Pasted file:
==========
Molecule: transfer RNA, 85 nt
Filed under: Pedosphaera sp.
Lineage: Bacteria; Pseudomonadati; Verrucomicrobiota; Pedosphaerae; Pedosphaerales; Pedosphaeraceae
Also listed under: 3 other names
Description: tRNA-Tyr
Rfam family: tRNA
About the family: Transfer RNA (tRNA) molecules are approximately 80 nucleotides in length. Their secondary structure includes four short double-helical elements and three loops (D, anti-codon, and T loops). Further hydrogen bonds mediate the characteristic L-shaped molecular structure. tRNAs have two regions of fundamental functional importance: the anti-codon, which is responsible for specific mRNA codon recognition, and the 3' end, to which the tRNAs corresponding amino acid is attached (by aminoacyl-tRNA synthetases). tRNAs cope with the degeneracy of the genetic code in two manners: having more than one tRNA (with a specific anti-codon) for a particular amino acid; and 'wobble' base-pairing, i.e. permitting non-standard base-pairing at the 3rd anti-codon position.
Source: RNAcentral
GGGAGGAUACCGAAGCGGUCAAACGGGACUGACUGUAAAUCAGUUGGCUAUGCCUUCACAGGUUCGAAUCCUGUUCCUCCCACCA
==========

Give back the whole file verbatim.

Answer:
Molecule: transfer RNA, 85 nt
Filed under: Pedosphaera sp.
Lineage: Bacteria; Pseudomonadati; Verrucomicrobiota; Pedosphaerae; Pedosphaerales; Pedosphaeraceae
Also listed under: 3 other names
Description: tRNA-Tyr
Rfam family: tRNA
About the family: Transfer RNA (tRNA) molecules are approximately 80 nucleotides in length. Their secondary structure includes four short double-helical elements and three loops (D, anti-codon, and T loops). Further hydrogen bonds mediate the characteristic L-shaped molecular structure. tRNAs have two regions of fundamental functional importance: the anti-codon, which is responsible for specific mRNA codon recognition, and the 3' end, to which the tRNAs corresponding amino acid is attached (by aminoacyl-tRNA synthetases). tRNAs cope with the degeneracy of the genetic code in two manners: having more than one tRNA (with a specific anti-codon) for a particular amino acid; and 'wobble' base-pairing, i.e. permitting non-standard base-pairing at the 3rd anti-codon position.
Source: RNAcentral
GGGAGGAUACCGAAGCGGUCAAACGGGACUGACUGUAAAUCAGUUGGCUAUGCCUUCACAGGUUCGAAUCCUGUUCCUCCCACCA